What’s Wrong With Inspirational Black TV?

It's OK that Reed Between the Lines is an idealized depiction of black life.


BET’s new show Reed Between the Lines really wants to be The Cosby Show for a new generation. 

I, for one, am OK with that.

After all, The Cosby Show, which ran from 1984 to 1992, was a groundbreaking series that changed the face of television. It opened the door for other shows such as The Fresh Prince of Bel-Air and Family Matters. More important, it showed America another side of the black experience that wasn’t commonly seen on TV: an affluent African-American family, the Huxtables, living and loving just like everybody else. The show explored universal themes yet it didn’t shy away from embracing black culture. 

While I don’t believe Reed Between the Lines will have anywhere near the same impact as The Cosby Show, I think its attempt at universality is admirable. The series, which stars Cosby alum Malcolm-Jamal Warner and Girlfriends‘ Tracee Ellis Ross, clearly borrows heavily from its predecessor’s playbook. Ross plays a psychologist, Carla, married to Warner’s Alex, an English professor at NYU. They’re raising three kids — twins Kaci and Keenan (from Carla’s previous marriage) and their daughter, Alexis. They live in a two-story house in New York City. Carla has a successful practice, and Alex teaches an online course while homeschooling their youngest child.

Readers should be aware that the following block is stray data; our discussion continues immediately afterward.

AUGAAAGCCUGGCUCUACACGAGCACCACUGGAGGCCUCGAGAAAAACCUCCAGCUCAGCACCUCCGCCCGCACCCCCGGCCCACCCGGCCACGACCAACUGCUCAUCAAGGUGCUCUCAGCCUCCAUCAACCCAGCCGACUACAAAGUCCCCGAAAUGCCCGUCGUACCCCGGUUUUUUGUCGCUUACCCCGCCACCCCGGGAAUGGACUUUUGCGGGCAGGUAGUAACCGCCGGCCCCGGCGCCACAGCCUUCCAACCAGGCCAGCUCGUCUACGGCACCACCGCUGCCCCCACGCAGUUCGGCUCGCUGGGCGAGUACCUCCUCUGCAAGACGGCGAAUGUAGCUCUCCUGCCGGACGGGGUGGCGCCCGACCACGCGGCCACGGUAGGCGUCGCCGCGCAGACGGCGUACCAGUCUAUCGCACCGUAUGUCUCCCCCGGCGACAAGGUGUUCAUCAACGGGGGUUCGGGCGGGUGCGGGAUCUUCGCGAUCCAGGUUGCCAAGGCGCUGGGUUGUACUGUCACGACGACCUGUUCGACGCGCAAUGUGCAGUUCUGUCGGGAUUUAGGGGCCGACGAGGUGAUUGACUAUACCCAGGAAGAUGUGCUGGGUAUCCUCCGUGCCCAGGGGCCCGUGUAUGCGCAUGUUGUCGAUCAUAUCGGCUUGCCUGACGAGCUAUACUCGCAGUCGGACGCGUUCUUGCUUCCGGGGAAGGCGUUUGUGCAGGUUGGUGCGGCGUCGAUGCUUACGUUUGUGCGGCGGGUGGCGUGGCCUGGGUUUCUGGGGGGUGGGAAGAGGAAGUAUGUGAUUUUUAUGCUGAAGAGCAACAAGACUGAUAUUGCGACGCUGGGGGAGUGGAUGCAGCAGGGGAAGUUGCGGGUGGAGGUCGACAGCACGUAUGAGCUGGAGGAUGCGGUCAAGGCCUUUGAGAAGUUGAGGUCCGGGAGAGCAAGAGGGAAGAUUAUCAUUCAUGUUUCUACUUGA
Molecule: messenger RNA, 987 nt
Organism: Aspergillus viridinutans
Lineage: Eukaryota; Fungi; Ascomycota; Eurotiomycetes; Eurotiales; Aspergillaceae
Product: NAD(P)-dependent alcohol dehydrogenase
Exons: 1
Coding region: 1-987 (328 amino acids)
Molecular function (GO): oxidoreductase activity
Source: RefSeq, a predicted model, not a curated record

Some would argue that Reed Between the Lineslike The Cosby Show — doesn’t reflect the reality of most African Americans. The charge may be valid but misses the point. The black experience isn’t confined to being about the struggle. Our lives are as vast and varied as white America. We exist across a wide economic spectrum — from the poor house to the White House. Programs like Reed Between the Lines don’t show us just the possibility of what we can be; they also show us who we are.